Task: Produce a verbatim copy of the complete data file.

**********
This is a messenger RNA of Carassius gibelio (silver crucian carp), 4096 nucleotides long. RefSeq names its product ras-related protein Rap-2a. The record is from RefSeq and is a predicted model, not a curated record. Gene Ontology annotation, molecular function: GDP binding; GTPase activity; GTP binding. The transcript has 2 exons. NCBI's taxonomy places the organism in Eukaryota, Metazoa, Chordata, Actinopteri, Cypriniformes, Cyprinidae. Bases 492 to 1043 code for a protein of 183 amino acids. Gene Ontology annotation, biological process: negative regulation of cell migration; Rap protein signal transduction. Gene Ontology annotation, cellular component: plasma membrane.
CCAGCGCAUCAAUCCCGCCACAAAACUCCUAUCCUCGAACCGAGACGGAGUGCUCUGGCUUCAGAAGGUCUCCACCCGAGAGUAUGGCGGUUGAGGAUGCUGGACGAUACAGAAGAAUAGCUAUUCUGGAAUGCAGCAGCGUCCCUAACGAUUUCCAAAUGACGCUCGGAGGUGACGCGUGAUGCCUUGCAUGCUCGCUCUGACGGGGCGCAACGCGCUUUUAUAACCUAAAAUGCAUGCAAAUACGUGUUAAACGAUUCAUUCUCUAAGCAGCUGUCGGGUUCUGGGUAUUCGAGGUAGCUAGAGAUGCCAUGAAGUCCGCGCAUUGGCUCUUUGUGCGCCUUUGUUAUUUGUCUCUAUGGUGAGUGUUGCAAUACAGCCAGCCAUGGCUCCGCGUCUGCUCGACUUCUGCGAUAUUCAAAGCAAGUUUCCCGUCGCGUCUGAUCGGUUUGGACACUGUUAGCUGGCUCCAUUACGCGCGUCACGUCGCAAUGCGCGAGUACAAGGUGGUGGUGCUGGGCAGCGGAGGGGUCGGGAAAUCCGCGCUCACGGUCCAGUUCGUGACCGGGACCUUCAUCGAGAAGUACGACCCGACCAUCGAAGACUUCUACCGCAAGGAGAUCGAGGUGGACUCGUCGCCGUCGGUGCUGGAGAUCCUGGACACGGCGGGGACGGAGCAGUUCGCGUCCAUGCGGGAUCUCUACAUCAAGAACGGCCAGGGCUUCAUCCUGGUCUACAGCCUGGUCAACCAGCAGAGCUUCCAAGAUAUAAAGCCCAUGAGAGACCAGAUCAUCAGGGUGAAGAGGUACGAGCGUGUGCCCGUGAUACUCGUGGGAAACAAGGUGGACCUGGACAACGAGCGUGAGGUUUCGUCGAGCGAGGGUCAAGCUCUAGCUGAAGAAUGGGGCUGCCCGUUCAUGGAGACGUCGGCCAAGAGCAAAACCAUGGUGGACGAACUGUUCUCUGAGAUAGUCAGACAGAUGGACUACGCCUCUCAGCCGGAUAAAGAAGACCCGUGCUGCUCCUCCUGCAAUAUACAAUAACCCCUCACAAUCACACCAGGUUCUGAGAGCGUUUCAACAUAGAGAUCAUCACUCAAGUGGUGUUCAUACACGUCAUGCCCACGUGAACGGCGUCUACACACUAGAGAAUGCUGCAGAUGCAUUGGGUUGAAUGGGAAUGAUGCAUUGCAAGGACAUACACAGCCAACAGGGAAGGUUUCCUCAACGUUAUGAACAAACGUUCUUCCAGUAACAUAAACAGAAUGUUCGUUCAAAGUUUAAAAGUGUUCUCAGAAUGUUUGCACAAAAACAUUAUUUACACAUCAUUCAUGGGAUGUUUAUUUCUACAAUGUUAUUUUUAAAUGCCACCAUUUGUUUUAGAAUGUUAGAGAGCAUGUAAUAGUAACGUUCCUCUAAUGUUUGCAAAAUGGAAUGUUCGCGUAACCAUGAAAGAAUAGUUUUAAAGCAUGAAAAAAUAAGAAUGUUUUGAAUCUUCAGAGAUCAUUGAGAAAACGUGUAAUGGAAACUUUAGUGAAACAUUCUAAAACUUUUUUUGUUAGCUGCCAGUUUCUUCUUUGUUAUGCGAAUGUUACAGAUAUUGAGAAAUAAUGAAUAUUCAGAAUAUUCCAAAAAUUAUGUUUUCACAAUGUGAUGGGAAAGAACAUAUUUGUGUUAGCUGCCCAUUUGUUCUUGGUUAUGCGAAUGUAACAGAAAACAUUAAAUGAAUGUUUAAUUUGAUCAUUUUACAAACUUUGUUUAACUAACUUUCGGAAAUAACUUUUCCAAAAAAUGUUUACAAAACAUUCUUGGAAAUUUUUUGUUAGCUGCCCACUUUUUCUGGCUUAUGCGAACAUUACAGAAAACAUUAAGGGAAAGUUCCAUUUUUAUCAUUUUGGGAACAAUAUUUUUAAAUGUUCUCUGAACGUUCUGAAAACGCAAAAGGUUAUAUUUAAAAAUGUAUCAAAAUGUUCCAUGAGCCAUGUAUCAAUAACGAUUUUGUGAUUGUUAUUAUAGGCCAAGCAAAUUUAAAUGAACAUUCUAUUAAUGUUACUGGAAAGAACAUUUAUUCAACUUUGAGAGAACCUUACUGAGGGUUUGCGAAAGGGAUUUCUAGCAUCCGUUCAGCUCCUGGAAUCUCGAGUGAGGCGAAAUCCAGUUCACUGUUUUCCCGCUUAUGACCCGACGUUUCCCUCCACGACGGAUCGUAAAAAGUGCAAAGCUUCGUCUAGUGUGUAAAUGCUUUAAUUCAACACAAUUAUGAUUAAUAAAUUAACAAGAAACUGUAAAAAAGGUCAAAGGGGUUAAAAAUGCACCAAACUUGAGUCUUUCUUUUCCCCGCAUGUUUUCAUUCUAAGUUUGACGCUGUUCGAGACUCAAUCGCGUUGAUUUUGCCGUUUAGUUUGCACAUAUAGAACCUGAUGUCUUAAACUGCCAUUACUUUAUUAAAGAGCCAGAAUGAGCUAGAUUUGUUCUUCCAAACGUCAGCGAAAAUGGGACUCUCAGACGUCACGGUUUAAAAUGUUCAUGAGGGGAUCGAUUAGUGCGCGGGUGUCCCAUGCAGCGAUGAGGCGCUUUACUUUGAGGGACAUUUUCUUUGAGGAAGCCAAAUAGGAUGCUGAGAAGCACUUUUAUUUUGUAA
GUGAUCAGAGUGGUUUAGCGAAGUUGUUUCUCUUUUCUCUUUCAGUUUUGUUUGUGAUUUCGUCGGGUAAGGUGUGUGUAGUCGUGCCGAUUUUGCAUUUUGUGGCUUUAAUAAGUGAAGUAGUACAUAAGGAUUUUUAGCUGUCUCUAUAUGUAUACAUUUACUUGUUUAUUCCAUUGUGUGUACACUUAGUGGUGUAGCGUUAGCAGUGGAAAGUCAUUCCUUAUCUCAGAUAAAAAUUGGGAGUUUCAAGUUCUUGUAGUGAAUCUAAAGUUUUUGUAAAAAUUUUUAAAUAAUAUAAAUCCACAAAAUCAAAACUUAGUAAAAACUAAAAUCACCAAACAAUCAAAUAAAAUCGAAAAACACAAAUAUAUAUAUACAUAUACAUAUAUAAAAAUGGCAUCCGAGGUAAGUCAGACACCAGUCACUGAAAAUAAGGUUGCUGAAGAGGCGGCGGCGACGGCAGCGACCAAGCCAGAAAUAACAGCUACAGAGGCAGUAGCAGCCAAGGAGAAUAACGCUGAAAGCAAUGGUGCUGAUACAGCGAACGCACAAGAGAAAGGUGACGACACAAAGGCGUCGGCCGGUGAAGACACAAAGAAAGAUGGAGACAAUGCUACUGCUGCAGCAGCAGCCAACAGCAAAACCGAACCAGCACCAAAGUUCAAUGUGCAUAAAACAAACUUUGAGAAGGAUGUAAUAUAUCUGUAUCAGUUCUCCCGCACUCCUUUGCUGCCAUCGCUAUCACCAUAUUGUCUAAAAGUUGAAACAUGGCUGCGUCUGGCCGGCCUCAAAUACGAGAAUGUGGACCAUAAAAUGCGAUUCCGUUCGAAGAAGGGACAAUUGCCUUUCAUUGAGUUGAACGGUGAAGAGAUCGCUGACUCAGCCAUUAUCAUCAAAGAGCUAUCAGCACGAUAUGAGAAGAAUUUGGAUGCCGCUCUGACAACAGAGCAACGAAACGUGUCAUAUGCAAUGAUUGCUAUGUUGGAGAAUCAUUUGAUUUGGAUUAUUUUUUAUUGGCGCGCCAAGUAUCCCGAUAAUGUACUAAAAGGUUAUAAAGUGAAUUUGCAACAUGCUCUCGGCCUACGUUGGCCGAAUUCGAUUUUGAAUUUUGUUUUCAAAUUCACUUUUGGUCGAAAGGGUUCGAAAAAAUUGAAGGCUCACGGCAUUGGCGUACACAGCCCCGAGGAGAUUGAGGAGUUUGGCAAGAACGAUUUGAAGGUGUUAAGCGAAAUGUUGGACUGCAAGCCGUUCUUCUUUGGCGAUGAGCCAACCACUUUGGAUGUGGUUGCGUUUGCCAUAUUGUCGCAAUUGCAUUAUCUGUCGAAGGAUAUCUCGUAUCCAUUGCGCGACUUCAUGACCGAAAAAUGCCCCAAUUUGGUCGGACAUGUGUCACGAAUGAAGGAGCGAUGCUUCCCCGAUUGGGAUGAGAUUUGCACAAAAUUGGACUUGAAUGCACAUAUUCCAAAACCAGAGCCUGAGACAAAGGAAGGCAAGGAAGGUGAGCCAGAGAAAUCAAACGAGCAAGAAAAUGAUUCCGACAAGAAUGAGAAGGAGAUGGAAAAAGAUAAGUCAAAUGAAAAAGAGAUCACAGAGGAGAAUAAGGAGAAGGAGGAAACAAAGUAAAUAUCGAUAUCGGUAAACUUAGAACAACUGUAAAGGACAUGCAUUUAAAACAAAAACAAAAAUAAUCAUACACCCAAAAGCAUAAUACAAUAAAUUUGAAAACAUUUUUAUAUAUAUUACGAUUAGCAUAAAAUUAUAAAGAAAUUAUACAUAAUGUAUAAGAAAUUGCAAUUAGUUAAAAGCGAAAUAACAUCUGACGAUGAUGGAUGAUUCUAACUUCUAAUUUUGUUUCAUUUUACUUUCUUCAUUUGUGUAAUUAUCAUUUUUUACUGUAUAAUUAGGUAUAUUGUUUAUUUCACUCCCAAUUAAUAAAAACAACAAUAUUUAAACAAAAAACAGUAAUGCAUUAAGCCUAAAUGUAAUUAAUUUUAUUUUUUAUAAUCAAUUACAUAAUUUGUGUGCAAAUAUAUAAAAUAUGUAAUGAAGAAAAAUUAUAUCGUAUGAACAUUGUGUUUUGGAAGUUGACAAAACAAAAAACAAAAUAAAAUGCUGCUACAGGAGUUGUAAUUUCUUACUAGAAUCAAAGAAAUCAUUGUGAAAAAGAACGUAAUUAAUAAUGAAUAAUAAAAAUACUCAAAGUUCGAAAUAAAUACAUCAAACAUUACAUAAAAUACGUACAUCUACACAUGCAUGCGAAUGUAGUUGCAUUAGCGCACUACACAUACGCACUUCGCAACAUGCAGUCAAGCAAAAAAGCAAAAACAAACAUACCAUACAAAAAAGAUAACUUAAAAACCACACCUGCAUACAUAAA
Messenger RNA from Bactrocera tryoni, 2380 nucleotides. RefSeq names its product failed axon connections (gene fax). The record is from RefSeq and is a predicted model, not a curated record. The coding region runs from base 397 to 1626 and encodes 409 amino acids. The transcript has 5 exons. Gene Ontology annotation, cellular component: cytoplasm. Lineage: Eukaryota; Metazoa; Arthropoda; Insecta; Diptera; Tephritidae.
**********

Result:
This is a messenger RNA of Carassius gibelio (silver crucian carp), 4096 nucleotides long. RefSeq names its product ras-related protein Rap-2a. The record is from RefSeq and is a predicted model, not a curated record. Gene Ontology annotation, molecular function: GDP binding; GTPase activity; GTP binding. The transcript has 2 exons. NCBI's taxonomy places the organism in Eukaryota, Metazoa, Chordata, Actinopteri, Cypriniformes, Cyprinidae. Bases 492 to 1043 code for a protein of 183 amino acids. Gene Ontology annotation, biological process: negative regulation of cell migration; Rap protein signal transduction. Gene Ontology annotation, cellular component: plasma membrane.
CCAGCGCAUCAAUCCCGCCACAAAACUCCUAUCCUCGAACCGAGACGGAGUGCUCUGGCUUCAGAAGGUCUCCACCCGAGAGUAUGGCGGUUGAGGAUGCUGGACGAUACAGAAGAAUAGCUAUUCUGGAAUGCAGCAGCGUCCCUAACGAUUUCCAAAUGACGCUCGGAGGUGACGCGUGAUGCCUUGCAUGCUCGCUCUGACGGGGCGCAACGCGCUUUUAUAACCUAAAAUGCAUGCAAAUACGUGUUAAACGAUUCAUUCUCUAAGCAGCUGUCGGGUUCUGGGUAUUCGAGGUAGCUAGAGAUGCCAUGAAGUCCGCGCAUUGGCUCUUUGUGCGCCUUUGUUAUUUGUCUCUAUGGUGAGUGUUGCAAUACAGCCAGCCAUGGCUCCGCGUCUGCUCGACUUCUGCGAUAUUCAAAGCAAGUUUCCCGUCGCGUCUGAUCGGUUUGGACACUGUUAGCUGGCUCCAUUACGCGCGUCACGUCGCAAUGCGCGAGUACAAGGUGGUGGUGCUGGGCAGCGGAGGGGUCGGGAAAUCCGCGCUCACGGUCCAGUUCGUGACCGGGACCUUCAUCGAGAAGUACGACCCGACCAUCGAAGACUUCUACCGCAAGGAGAUCGAGGUGGACUCGUCGCCGUCGGUGCUGGAGAUCCUGGACACGGCGGGGACGGAGCAGUUCGCGUCCAUGCGGGAUCUCUACAUCAAGAACGGCCAGGGCUUCAUCCUGGUCUACAGCCUGGUCAACCAGCAGAGCUUCCAAGAUAUAAAGCCCAUGAGAGACCAGAUCAUCAGGGUGAAGAGGUACGAGCGUGUGCCCGUGAUACUCGUGGGAAACAAGGUGGACCUGGACAACGAGCGUGAGGUUUCGUCGAGCGAGGGUCAAGCUCUAGCUGAAGAAUGGGGCUGCCCGUUCAUGGAGACGUCGGCCAAGAGCAAAACCAUGGUGGACGAACUGUUCUCUGAGAUAGUCAGACAGAUGGACUACGCCUCUCAGCCGGAUAAAGAAGACCCGUGCUGCUCCUCCUGCAAUAUACAAUAACCCCUCACAAUCACACCAGGUUCUGAGAGCGUUUCAACAUAGAGAUCAUCACUCAAGUGGUGUUCAUACACGUCAUGCCCACGUGAACGGCGUCUACACACUAGAGAAUGCUGCAGAUGCAUUGGGUUGAAUGGGAAUGAUGCAUUGCAAGGACAUACACAGCCAACAGGGAAGGUUUCCUCAACGUUAUGAACAAACGUUCUUCCAGUAACAUAAACAGAAUGUUCGUUCAAAGUUUAAAAGUGUUCUCAGAAUGUUUGCACAAAAACAUUAUUUACACAUCAUUCAUGGGAUGUUUAUUUCUACAAUGUUAUUUUUAAAUGCCACCAUUUGUUUUAGAAUGUUAGAGAGCAUGUAAUAGUAACGUUCCUCUAAUGUUUGCAAAAUGGAAUGUUCGCGUAACCAUGAAAGAAUAGUUUUAAAGCAUGAAAAAAUAAGAAUGUUUUGAAUCUUCAGAGAUCAUUGAGAAAACGUGUAAUGGAAACUUUAGUGAAACAUUCUAAAACUUUUUUUGUUAGCUGCCAGUUUCUUCUUUGUUAUGCGAAUGUUACAGAUAUUGAGAAAUAAUGAAUAUUCAGAAUAUUCCAAAAAUUAUGUUUUCACAAUGUGAUGGGAAAGAACAUAUUUGUGUUAGCUGCCCAUUUGUUCUUGGUUAUGCGAAUGUAACAGAAAACAUUAAAUGAAUGUUUAAUUUGAUCAUUUUACAAACUUUGUUUAACUAACUUUCGGAAAUAACUUUUCCAAAAAAUGUUUACAAAACAUUCUUGGAAAUUUUUUGUUAGCUGCCCACUUUUUCUGGCUUAUGCGAACAUUACAGAAAACAUUAAGGGAAAGUUCCAUUUUUAUCAUUUUGGGAACAAUAUUUUUAAAUGUUCUCUGAACGUUCUGAAAACGCAAAAGGUUAUAUUUAAAAAUGUAUCAAAAUGUUCCAUGAGCCAUGUAUCAAUAACGAUUUUGUGAUUGUUAUUAUAGGCCAAGCAAAUUUAAAUGAACAUUCUAUUAAUGUUACUGGAAAGAACAUUUAUUCAACUUUGAGAGAACCUUACUGAGGGUUUGCGAAAGGGAUUUCUAGCAUCCGUUCAGCUCCUGGAAUCUCGAGUGAGGCGAAAUCCAGUUCACUGUUUUCCCGCUUAUGACCCGACGUUUCCCUCCACGACGGAUCGUAAAAAGUGCAAAGCUUCGUCUAGUGUGUAAAUGCUUUAAUUCAACACAAUUAUGAUUAAUAAAUUAACAAGAAACUGUAAAAAAGGUCAAAGGGGUUAAAAAUGCACCAAACUUGAGUCUUUCUUUUCCCCGCAUGUUUUCAUUCUAAGUUUGACGCUGUUCGAGACUCAAUCGCGUUGAUUUUGCCGUUUAGUUUGCACAUAUAGAACCUGAUGUCUUAAACUGCCAUUACUUUAUUAAAGAGCCAGAAUGAGCUAGAUUUGUUCUUCCAAACGUCAGCGAAAAUGGGACUCUCAGACGUCACGGUUUAAAAUGUUCAUGAGGGGAUCGAUUAGUGCGCGGGUGUCCCAUGCAGCGAUGAGGCGCUUUACUUUGAGGGACAUUUUCUUUGAGGAAGCCAAAUAGGAUGCUGAGAAGCACUUUUAUUUUGUAA
GUGAUCAGAGUGGUUUAGCGAAGUUGUUUCUCUUUUCUCUUUCAGUUUUGUUUGUGAUUUCGUCGGGUAAGGUGUGUGUAGUCGUGCCGAUUUUGCAUUUUGUGGCUUUAAUAAGUGAAGUAGUACAUAAGGAUUUUUAGCUGUCUCUAUAUGUAUACAUUUACUUGUUUAUUCCAUUGUGUGUACACUUAGUGGUGUAGCGUUAGCAGUGGAAAGUCAUUCCUUAUCUCAGAUAAAAAUUGGGAGUUUCAAGUUCUUGUAGUGAAUCUAAAGUUUUUGUAAAAAUUUUUAAAUAAUAUAAAUCCACAAAAUCAAAACUUAGUAAAAACUAAAAUCACCAAACAAUCAAAUAAAAUCGAAAAACACAAAUAUAUAUAUACAUAUACAUAUAUAAAAAUGGCAUCCGAGGUAAGUCAGACACCAGUCACUGAAAAUAAGGUUGCUGAAGAGGCGGCGGCGACGGCAGCGACCAAGCCAGAAAUAACAGCUACAGAGGCAGUAGCAGCCAAGGAGAAUAACGCUGAAAGCAAUGGUGCUGAUACAGCGAACGCACAAGAGAAAGGUGACGACACAAAGGCGUCGGCCGGUGAAGACACAAAGAAAGAUGGAGACAAUGCUACUGCUGCAGCAGCAGCCAACAGCAAAACCGAACCAGCACCAAAGUUCAAUGUGCAUAAAACAAACUUUGAGAAGGAUGUAAUAUAUCUGUAUCAGUUCUCCCGCACUCCUUUGCUGCCAUCGCUAUCACCAUAUUGUCUAAAAGUUGAAACAUGGCUGCGUCUGGCCGGCCUCAAAUACGAGAAUGUGGACCAUAAAAUGCGAUUCCGUUCGAAGAAGGGACAAUUGCCUUUCAUUGAGUUGAACGGUGAAGAGAUCGCUGACUCAGCCAUUAUCAUCAAAGAGCUAUCAGCACGAUAUGAGAAGAAUUUGGAUGCCGCUCUGACAACAGAGCAACGAAACGUGUCAUAUGCAAUGAUUGCUAUGUUGGAGAAUCAUUUGAUUUGGAUUAUUUUUUAUUGGCGCGCCAAGUAUCCCGAUAAUGUACUAAAAGGUUAUAAAGUGAAUUUGCAACAUGCUCUCGGCCUACGUUGGCCGAAUUCGAUUUUGAAUUUUGUUUUCAAAUUCACUUUUGGUCGAAAGGGUUCGAAAAAAUUGAAGGCUCACGGCAUUGGCGUACACAGCCCCGAGGAGAUUGAGGAGUUUGGCAAGAACGAUUUGAAGGUGUUAAGCGAAAUGUUGGACUGCAAGCCGUUCUUCUUUGGCGAUGAGCCAACCACUUUGGAUGUGGUUGCGUUUGCCAUAUUGUCGCAAUUGCAUUAUCUGUCGAAGGAUAUCUCGUAUCCAUUGCGCGACUUCAUGACCGAAAAAUGCCCCAAUUUGGUCGGACAUGUGUCACGAAUGAAGGAGCGAUGCUUCCCCGAUUGGGAUGAGAUUUGCACAAAAUUGGACUUGAAUGCACAUAUUCCAAAACCAGAGCCUGAGACAAAGGAAGGCAAGGAAGGUGAGCCAGAGAAAUCAAACGAGCAAGAAAAUGAUUCCGACAAGAAUGAGAAGGAGAUGGAAAAAGAUAAGUCAAAUGAAAAAGAGAUCACAGAGGAGAAUAAGGAGAAGGAGGAAACAAAGUAAAUAUCGAUAUCGGUAAACUUAGAACAACUGUAAAGGACAUGCAUUUAAAACAAAAACAAAAAUAAUCAUACACCCAAAAGCAUAAUACAAUAAAUUUGAAAACAUUUUUAUAUAUAUUACGAUUAGCAUAAAAUUAUAAAGAAAUUAUACAUAAUGUAUAAGAAAUUGCAAUUAGUUAAAAGCGAAAUAACAUCUGACGAUGAUGGAUGAUUCUAACUUCUAAUUUUGUUUCAUUUUACUUUCUUCAUUUGUGUAAUUAUCAUUUUUUACUGUAUAAUUAGGUAUAUUGUUUAUUUCACUCCCAAUUAAUAAAAACAACAAUAUUUAAACAAAAAACAGUAAUGCAUUAAGCCUAAAUGUAAUUAAUUUUAUUUUUUAUAAUCAAUUACAUAAUUUGUGUGCAAAUAUAUAAAAUAUGUAAUGAAGAAAAAUUAUAUCGUAUGAACAUUGUGUUUUGGAAGUUGACAAAACAAAAAACAAAAUAAAAUGCUGCUACAGGAGUUGUAAUUUCUUACUAGAAUCAAAGAAAUCAUUGUGAAAAAGAACGUAAUUAAUAAUGAAUAAUAAAAAUACUCAAAGUUCGAAAUAAAUACAUCAAACAUUACAUAAAAUACGUACAUCUACACAUGCAUGCGAAUGUAGUUGCAUUAGCGCACUACACAUACGCACUUCGCAACAUGCAGUCAAGCAAAAAAGCAAAAACAAACAUACCAUACAAAAAAGAUAACUUAAAAACCACACCUGCAUACAUAAA
Messenger RNA from Bactrocera tryoni, 2380 nucleotides. RefSeq names its product failed axon connections (gene fax). The record is from RefSeq and is a predicted model, not a curated record. The coding region runs from base 397 to 1626 and encodes 409 amino acids. The transcript has 5 exons. Gene Ontology annotation, cellular component: cytoplasm. Lineage: Eukaryota; Metazoa; Arthropoda; Insecta; Diptera; Tephritidae.